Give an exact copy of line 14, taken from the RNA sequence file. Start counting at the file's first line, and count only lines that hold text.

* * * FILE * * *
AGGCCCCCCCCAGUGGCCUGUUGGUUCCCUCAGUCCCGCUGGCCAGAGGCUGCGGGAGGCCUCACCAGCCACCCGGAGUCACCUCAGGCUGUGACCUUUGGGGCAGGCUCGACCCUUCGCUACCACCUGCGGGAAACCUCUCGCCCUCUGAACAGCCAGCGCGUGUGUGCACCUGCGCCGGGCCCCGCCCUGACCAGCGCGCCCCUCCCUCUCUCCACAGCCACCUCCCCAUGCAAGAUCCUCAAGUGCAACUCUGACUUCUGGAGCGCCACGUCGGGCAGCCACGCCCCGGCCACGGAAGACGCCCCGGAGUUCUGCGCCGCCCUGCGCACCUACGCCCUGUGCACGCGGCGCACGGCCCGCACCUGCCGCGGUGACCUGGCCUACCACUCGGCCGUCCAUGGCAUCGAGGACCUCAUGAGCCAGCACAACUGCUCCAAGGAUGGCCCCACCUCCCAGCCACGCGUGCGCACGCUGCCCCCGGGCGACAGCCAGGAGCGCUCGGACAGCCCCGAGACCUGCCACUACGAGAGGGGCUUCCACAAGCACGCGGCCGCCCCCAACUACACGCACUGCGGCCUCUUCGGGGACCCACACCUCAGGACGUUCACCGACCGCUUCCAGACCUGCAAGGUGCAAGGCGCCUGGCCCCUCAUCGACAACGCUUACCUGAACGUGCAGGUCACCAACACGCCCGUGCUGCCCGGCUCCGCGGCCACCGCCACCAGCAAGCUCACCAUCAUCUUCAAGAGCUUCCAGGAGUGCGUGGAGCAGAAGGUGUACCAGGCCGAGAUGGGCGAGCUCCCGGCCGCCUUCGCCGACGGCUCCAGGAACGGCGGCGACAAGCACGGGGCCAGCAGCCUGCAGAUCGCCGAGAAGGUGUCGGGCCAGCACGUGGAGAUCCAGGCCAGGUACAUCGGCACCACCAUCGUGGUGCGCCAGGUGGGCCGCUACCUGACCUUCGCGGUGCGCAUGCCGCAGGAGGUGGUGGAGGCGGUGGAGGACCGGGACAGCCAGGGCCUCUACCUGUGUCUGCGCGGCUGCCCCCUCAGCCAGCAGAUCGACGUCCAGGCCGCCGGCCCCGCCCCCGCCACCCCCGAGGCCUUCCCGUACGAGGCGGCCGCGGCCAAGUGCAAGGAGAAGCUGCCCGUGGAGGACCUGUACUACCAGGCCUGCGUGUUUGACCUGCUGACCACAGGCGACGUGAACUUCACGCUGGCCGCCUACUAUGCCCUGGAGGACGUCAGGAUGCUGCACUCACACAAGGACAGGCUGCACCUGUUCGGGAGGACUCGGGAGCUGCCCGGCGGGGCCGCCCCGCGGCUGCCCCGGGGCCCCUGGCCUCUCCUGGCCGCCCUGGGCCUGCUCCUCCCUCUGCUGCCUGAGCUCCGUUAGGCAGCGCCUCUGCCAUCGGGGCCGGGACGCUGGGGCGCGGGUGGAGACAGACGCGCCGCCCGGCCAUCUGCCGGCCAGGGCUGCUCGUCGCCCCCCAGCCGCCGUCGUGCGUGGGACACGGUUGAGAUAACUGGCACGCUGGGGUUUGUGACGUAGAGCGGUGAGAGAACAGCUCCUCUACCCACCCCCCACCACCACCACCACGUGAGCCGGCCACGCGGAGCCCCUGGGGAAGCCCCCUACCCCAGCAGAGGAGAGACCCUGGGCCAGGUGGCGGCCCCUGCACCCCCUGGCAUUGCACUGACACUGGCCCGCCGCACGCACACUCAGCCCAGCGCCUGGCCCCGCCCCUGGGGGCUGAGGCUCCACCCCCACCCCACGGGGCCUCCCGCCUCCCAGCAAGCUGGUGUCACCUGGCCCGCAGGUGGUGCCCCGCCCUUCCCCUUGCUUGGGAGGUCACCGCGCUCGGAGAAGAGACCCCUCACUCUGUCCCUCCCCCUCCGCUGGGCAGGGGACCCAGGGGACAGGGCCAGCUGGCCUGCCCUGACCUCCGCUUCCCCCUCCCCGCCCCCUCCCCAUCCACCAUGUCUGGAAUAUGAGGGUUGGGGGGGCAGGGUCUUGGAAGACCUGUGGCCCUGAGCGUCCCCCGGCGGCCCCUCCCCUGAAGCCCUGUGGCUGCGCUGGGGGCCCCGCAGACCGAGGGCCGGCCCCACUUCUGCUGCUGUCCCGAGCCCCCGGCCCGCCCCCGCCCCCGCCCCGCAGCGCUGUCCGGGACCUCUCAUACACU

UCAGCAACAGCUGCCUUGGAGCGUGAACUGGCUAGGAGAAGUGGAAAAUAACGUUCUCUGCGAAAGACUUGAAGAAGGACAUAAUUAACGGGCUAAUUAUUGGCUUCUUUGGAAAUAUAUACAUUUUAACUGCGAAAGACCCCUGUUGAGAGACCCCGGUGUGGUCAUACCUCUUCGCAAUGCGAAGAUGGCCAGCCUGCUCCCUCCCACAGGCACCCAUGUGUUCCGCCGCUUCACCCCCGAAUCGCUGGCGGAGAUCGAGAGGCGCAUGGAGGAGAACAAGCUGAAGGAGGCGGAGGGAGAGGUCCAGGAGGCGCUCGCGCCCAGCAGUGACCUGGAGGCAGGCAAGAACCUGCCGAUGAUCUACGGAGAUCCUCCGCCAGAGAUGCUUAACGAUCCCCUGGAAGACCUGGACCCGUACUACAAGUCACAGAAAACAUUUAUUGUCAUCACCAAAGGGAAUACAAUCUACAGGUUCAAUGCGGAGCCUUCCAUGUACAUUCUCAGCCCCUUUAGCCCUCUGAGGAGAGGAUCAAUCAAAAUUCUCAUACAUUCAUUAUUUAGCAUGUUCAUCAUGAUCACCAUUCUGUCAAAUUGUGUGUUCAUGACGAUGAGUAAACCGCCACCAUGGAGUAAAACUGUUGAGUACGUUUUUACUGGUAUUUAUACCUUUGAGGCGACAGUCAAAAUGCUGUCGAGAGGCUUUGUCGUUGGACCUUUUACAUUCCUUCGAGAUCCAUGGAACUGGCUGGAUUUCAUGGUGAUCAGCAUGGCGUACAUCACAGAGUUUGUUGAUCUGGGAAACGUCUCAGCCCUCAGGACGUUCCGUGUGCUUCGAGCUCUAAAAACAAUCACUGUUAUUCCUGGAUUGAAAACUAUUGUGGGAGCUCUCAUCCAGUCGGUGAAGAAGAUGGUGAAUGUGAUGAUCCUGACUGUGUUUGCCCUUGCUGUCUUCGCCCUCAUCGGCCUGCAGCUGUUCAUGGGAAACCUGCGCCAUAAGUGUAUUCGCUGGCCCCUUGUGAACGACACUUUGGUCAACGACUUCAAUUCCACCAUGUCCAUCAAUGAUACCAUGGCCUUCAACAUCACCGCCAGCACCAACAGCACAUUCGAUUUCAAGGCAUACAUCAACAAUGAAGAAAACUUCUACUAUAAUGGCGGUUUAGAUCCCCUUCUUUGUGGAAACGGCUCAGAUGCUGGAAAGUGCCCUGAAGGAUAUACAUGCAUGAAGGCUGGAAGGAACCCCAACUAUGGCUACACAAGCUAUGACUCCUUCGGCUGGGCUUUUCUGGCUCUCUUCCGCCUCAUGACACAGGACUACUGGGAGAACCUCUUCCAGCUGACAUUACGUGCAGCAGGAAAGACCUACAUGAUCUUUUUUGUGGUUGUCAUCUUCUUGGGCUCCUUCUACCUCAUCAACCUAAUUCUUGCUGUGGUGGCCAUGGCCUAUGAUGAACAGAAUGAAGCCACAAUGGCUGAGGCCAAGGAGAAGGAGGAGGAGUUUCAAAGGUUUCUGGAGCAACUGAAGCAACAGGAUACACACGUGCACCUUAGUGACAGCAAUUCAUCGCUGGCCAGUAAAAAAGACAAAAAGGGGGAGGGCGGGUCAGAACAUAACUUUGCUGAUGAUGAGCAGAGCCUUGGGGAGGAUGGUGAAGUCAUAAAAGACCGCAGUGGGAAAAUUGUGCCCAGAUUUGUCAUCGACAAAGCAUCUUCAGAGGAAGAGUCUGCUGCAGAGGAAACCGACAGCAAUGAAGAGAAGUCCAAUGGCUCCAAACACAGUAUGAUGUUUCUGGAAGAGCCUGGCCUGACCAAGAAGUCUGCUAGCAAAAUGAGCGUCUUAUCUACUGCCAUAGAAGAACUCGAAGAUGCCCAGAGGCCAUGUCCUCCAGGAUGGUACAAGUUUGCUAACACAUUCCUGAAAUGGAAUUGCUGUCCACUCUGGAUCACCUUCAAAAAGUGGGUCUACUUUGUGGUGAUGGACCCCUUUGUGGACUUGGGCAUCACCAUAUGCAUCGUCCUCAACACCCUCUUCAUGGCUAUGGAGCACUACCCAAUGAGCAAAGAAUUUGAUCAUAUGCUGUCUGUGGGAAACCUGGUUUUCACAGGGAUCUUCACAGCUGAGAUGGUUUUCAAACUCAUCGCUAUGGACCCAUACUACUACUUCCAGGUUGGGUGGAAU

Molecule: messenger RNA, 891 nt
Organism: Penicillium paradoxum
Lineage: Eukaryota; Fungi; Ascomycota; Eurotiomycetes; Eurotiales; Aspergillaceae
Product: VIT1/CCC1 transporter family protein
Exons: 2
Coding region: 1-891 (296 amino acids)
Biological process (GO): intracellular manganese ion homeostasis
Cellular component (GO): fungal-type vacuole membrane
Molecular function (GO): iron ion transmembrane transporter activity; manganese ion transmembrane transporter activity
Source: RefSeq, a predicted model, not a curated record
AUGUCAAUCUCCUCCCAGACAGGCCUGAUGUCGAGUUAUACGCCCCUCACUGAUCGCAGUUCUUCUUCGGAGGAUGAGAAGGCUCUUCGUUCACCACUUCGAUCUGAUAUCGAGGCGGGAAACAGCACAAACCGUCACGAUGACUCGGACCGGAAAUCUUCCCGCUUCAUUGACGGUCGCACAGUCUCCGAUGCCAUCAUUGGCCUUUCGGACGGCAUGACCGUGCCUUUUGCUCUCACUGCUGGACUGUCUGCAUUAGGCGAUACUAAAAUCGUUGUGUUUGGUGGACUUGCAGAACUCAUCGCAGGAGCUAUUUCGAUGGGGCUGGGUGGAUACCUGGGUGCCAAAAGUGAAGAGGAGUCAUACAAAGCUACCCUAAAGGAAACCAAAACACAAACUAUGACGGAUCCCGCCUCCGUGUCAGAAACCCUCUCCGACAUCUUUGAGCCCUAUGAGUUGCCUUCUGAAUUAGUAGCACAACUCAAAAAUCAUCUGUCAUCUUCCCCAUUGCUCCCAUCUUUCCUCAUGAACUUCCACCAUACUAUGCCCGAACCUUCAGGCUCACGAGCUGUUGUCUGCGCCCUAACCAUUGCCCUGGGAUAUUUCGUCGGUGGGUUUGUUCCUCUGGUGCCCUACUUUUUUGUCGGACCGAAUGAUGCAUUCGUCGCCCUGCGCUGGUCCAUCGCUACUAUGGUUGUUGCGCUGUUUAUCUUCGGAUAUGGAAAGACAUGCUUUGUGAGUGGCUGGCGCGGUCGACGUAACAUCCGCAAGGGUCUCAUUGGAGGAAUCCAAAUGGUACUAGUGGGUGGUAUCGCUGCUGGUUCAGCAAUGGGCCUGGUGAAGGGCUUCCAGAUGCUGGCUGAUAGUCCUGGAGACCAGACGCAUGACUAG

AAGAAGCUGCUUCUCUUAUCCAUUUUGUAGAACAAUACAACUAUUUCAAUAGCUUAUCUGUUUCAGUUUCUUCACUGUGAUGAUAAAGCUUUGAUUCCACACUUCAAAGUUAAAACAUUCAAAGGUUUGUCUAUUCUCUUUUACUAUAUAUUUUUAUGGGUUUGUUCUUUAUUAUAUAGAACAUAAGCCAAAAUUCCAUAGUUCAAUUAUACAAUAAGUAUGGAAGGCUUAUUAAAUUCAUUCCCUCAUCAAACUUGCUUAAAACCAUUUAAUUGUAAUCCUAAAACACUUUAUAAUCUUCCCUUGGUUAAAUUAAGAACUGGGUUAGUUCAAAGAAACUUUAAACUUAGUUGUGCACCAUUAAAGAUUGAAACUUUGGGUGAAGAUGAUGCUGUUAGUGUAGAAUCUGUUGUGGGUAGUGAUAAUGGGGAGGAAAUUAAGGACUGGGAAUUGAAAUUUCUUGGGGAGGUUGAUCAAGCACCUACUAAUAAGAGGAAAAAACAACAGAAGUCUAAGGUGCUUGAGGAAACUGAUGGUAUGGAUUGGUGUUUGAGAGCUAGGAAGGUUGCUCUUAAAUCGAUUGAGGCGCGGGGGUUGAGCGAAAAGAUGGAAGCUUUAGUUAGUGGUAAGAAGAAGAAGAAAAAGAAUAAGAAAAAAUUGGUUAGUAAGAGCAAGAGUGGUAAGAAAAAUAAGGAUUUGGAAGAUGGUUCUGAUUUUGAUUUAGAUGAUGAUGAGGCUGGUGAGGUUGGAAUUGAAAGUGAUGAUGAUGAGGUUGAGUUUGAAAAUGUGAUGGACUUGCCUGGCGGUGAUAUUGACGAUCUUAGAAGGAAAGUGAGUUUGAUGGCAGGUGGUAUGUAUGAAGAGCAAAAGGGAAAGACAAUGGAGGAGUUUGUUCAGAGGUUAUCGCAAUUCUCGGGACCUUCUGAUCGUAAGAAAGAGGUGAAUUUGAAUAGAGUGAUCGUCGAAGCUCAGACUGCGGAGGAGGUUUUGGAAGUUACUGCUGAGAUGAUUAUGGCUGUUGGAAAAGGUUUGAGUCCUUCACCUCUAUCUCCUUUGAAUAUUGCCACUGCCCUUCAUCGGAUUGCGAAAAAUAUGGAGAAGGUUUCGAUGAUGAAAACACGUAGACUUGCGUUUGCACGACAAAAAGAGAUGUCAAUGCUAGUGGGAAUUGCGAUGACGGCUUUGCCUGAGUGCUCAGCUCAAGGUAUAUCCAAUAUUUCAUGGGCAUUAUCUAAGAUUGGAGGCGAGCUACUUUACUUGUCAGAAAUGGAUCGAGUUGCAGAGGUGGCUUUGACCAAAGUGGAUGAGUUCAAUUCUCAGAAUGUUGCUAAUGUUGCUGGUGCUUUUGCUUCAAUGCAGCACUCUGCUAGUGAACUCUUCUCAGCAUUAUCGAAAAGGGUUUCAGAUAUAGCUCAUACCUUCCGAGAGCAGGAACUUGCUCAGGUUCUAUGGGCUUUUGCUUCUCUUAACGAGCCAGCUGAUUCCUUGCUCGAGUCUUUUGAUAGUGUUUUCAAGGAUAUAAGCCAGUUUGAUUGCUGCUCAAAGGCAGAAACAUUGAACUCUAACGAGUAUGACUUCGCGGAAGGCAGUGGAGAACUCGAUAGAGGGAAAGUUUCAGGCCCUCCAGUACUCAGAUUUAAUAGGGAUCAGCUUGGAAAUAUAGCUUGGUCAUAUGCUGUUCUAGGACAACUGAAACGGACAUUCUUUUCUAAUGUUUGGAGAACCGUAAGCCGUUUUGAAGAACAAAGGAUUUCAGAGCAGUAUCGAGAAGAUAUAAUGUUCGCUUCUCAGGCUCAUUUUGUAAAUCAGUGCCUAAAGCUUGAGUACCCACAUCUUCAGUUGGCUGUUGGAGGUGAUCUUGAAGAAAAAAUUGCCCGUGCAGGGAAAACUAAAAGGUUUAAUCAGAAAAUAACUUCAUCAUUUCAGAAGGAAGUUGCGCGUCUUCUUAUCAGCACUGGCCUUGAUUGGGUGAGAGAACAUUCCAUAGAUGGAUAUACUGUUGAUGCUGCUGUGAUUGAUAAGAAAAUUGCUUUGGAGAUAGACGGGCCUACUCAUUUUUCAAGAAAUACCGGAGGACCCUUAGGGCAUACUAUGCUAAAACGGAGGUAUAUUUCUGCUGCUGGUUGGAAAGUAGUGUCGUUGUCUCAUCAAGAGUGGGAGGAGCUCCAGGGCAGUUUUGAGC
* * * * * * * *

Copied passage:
AAGAAGCUGCUUCUCUUAUCCAUUUUGUAGAACAAUACAACUAUUUCAAUAGCUUAUCUGUUUCAGUUUCUUCACUGUGAUGAUAAAGCUUUGAUUCCACACUUCAAAGUUAAAACAUUCAAAGGUUUGUCUAUUCUCUUUUACUAUAUAUUUUUAUGGGUUUGUUCUUUAUUAUAUAGAACAUAAGCCAAAAUUCCAUAGUUCAAUUAUACAAUAAGUAUGGAAGGCUUAUUAAAUUCAUUCCCUCAUCAAACUUGCUUAAAACCAUUUAAUUGUAAUCCUAAAACACUUUAUAAUCUUCCCUUGGUUAAAUUAAGAACUGGGUUAGUUCAAAGAAACUUUAAACUUAGUUGUGCACCAUUAAAGAUUGAAACUUUGGGUGAAGAUGAUGCUGUUAGUGUAGAAUCUGUUGUGGGUAGUGAUAAUGGGGAGGAAAUUAAGGACUGGGAAUUGAAAUUUCUUGGGGAGGUUGAUCAAGCACCUACUAAUAAGAGGAAAAAACAACAGAAGUCUAAGGUGCUUGAGGAAACUGAUGGUAUGGAUUGGUGUUUGAGAGCUAGGAAGGUUGCUCUUAAAUCGAUUGAGGCGCGGGGGUUGAGCGAAAAGAUGGAAGCUUUAGUUAGUGGUAAGAAGAAGAAGAAAAAGAAUAAGAAAAAAUUGGUUAGUAAGAGCAAGAGUGGUAAGAAAAAUAAGGAUUUGGAAGAUGGUUCUGAUUUUGAUUUAGAUGAUGAUGAGGCUGGUGAGGUUGGAAUUGAAAGUGAUGAUGAUGAGGUUGAGUUUGAAAAUGUGAUGGACUUGCCUGGCGGUGAUAUUGACGAUCUUAGAAGGAAAGUGAGUUUGAUGGCAGGUGGUAUGUAUGAAGAGCAAAAGGGAAAGACAAUGGAGGAGUUUGUUCAGAGGUUAUCGCAAUUCUCGGGACCUUCUGAUCGUAAGAAAGAGGUGAAUUUGAAUAGAGUGAUCGUCGAAGCUCAGACUGCGGAGGAGGUUUUGGAAGUUACUGCUGAGAUGAUUAUGGCUGUUGGAAAAGGUUUGAGUCCUUCACCUCUAUCUCCUUUGAAUAUUGCCACUGCCCUUCAUCGGAUUGCGAAAAAUAUGGAGAAGGUUUCGAUGAUGAAAACACGUAGACUUGCGUUUGCACGACAAAAAGAGAUGUCAAUGCUAGUGGGAAUUGCGAUGACGGCUUUGCCUGAGUGCUCAGCUCAAGGUAUAUCCAAUAUUUCAUGGGCAUUAUCUAAGAUUGGAGGCGAGCUACUUUACUUGUCAGAAAUGGAUCGAGUUGCAGAGGUGGCUUUGACCAAAGUGGAUGAGUUCAAUUCUCAGAAUGUUGCUAAUGUUGCUGGUGCUUUUGCUUCAAUGCAGCACUCUGCUAGUGAACUCUUCUCAGCAUUAUCGAAAAGGGUUUCAGAUAUAGCUCAUACCUUCCGAGAGCAGGAACUUGCUCAGGUUCUAUGGGCUUUUGCUUCUCUUAACGAGCCAGCUGAUUCCUUGCUCGAGUCUUUUGAUAGUGUUUUCAAGGAUAUAAGCCAGUUUGAUUGCUGCUCAAAGGCAGAAACAUUGAACUCUAACGAGUAUGACUUCGCGGAAGGCAGUGGAGAACUCGAUAGAGGGAAAGUUUCAGGCCCUCCAGUACUCAGAUUUAAUAGGGAUCAGCUUGGAAAUAUAGCUUGGUCAUAUGCUGUUCUAGGACAACUGAAACGGACAUUCUUUUCUAAUGUUUGGAGAACCGUAAGCCGUUUUGAAGAACAAAGGAUUUCAGAGCAGUAUCGAGAAGAUAUAAUGUUCGCUUCUCAGGCUCAUUUUGUAAAUCAGUGCCUAAAGCUUGAGUACCCACAUCUUCAGUUGGCUGUUGGAGGUGAUCUUGAAGAAAAAAUUGCCCGUGCAGGGAAAACUAAAAGGUUUAAUCAGAAAAUAACUUCAUCAUUUCAGAAGGAAGUUGCGCGUCUUCUUAUCAGCACUGGCCUUGAUUGGGUGAGAGAACAUUCCAUAGAUGGAUAUACUGUUGAUGCUGCUGUGAUUGAUAAGAAAAUUGCUUUGGAGAUAGACGGGCCUACUCAUUUUUCAAGAAAUACCGGAGGACCCUUAGGGCAUACUAUGCUAAAACGGAGGUAUAUUUCUGCUGCUGGUUGGAAAGUAGUGUCGUUGUCUCAUCAAGAGUGGGAGGAGCUCCAGGGCAGUUUUGAGC